In July, at the Seattle World Affairs Council, U.S. Army Gen. David Petraeus, leader of U.S. Central Command, discussed how broadband IP network technology won the 2008 battle of Sadr City, Iraq, as unmanned aerial vehicles (UAV) and warfighters using broadband communications on the move played key roles. In small or large battlefield operations of the 21st century and beyond, bandwidth will be as important as bullets for the warfighters, and the Transformational Satellite Communications System (TSAT) was believed to be force driven and necessary for air and naval superiority. Now what are the consequences of the U.S. Department of Defense’s cancellation of TSAT and how will the bandwidth gaps be filled?
The next revolutionary military communication satellite system, TSAT, was a development shaped by Sept. 11, global terror and the technology development of UAVs. The vision was to increase the military satellite data rate capacity by thousands of times and enhance the ability to deploy troops around the globe by creating a user-friendly interface available anywhere. With Milstar 2, an image collected by a UAV would take 2 minutes to process, a radar image 12 minutes and a space-based radar image would take 88 minutes. The vision for TSAT was that any of these images could be delivered in less than a second.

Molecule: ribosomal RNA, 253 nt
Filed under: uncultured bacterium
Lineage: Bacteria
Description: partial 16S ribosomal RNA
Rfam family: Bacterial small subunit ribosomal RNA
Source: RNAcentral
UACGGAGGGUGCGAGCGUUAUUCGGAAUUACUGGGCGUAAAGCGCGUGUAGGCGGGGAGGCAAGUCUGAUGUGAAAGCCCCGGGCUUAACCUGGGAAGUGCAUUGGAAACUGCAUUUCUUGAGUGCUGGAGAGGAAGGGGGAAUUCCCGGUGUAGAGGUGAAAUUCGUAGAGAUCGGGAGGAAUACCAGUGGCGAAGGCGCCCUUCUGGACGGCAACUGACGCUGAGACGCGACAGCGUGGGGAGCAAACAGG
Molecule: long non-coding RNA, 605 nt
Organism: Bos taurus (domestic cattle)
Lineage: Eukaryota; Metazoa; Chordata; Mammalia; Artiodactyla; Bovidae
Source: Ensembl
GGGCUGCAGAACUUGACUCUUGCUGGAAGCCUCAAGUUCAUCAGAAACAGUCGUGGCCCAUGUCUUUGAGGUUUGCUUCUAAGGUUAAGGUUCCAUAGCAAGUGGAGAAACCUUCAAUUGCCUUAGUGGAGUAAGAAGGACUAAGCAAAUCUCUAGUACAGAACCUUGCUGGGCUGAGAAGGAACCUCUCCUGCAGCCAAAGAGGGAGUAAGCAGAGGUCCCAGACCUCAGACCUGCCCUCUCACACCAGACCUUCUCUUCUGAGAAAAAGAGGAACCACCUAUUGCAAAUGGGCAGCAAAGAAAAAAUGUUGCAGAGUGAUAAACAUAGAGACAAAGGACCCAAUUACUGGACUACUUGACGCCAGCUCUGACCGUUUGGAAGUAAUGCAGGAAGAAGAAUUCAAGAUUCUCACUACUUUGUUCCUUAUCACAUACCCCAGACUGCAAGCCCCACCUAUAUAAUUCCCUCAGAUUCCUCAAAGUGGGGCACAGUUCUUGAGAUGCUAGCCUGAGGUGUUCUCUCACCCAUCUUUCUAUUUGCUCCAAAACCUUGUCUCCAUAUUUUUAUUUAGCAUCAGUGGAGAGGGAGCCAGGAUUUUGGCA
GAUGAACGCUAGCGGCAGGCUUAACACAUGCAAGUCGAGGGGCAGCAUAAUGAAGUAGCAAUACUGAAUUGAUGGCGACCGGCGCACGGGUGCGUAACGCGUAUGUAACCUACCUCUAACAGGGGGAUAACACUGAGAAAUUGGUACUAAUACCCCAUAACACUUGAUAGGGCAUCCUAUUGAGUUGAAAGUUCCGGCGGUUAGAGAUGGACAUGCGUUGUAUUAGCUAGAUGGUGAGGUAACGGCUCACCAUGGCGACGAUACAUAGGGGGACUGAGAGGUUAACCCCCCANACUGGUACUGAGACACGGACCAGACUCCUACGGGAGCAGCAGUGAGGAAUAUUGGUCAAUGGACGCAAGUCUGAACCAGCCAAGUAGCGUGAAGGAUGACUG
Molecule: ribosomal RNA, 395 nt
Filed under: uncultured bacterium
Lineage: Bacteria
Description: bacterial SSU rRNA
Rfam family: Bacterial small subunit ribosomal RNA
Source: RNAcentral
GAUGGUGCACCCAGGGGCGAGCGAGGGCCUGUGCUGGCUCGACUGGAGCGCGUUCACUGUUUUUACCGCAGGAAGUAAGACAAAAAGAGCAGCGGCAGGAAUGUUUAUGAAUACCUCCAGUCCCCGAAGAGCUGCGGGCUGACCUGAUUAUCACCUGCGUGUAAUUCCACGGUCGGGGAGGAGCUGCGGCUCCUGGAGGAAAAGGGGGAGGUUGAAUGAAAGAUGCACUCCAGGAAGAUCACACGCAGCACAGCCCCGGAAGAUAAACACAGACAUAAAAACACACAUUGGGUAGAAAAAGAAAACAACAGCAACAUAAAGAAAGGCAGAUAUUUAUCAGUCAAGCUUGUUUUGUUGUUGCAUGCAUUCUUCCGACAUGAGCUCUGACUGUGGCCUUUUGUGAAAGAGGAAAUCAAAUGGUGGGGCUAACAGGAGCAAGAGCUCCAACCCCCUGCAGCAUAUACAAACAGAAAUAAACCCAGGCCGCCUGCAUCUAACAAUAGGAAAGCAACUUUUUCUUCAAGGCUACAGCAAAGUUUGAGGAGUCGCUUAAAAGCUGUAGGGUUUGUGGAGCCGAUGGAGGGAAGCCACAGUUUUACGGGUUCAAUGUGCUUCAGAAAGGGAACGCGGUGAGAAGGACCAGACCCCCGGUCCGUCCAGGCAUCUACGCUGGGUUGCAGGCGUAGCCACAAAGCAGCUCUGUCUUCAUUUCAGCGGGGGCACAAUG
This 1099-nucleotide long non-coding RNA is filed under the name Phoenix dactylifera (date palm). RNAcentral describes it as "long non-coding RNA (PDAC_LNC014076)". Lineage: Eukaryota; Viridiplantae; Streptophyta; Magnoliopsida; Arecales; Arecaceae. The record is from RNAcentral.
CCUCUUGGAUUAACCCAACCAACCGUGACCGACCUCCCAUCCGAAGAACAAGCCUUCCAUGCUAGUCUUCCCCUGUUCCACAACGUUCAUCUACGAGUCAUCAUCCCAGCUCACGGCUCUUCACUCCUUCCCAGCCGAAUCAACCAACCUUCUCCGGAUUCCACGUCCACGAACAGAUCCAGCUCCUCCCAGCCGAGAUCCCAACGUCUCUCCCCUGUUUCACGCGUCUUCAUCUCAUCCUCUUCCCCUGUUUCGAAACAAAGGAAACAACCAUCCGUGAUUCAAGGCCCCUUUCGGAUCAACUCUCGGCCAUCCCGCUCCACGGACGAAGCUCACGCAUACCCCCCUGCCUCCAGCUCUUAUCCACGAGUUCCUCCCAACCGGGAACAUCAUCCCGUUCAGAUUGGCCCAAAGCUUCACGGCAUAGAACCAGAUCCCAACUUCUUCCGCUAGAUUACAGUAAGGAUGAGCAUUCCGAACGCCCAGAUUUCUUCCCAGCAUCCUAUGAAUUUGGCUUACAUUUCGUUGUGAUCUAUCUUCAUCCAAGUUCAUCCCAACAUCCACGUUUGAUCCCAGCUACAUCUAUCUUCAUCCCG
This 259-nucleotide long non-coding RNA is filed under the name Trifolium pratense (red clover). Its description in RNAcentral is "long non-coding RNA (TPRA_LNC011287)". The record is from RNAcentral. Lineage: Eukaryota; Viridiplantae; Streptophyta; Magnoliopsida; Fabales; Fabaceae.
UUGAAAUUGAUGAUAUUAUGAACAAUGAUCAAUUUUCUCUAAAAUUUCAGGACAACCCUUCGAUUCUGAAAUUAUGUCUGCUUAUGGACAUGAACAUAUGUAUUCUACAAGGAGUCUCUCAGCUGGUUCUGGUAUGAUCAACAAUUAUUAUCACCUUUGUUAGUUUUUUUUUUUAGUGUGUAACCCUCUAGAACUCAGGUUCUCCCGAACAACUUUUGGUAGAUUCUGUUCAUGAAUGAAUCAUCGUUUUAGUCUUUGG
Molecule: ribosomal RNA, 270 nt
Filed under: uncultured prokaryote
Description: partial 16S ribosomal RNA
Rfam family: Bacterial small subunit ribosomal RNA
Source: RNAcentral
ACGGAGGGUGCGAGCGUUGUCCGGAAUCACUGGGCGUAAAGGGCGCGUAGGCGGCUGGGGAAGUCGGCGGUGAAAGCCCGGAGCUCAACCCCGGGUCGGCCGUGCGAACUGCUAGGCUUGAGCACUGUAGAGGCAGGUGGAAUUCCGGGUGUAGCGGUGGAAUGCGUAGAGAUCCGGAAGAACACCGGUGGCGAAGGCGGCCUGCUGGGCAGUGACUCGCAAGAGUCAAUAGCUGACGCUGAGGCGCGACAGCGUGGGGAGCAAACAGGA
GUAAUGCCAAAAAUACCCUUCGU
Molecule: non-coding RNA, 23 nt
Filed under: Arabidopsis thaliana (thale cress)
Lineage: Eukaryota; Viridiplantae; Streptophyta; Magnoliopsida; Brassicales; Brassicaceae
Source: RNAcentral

But the program, TSAT, a constellation of six satellites connected to the Global Information Grid (GIG), was plagued with scheduling and budget problems since its inception in 2004. The satellite system was originally scheduled to launch in 2012 but was delayed to 2013 after a $300 million reduction of program funding was cut by U.S. Congress in 2005. The U.S. Air Force then delayed its decision to select TSAT’s final space segment development contractor. In October, the Pentagon announced that it would defer its decision on choosing a contractor to build the system until 2010, with no guarantees that it would continue to fund further development. A November report by the Defense Science Board and the Intelligence Science Board had warned against further delays, calling TSAT "essential to enhancing military and intelligence operations. Without TSAT, mobile land forces and Navy ships will lack sufficient assured (ISR) [intelligence, surveillance and reconnaissance] communications capacity," the study said.
In December, after rumors of the program being on the brink of termination and a series of critical reports from the U.S. Government Accountability Office (GAO), the U.S. Air Force released a new request for proposal to Lockheed Martin and Boeing, changing the program timeline once more by calling for five satellites and ground stations, with the launch of the first satellite projected for 2019. Gates, who retained his position as defense secretary through the January administration change, finally pulled the plug on TSAT four months later. "Gates determined that the risks were not offset by the chances of success with the current TSAT architecture," says Bruce Bennett, program executive for satellite communications teleport and services for the Defense Information Systems Agency (DISA).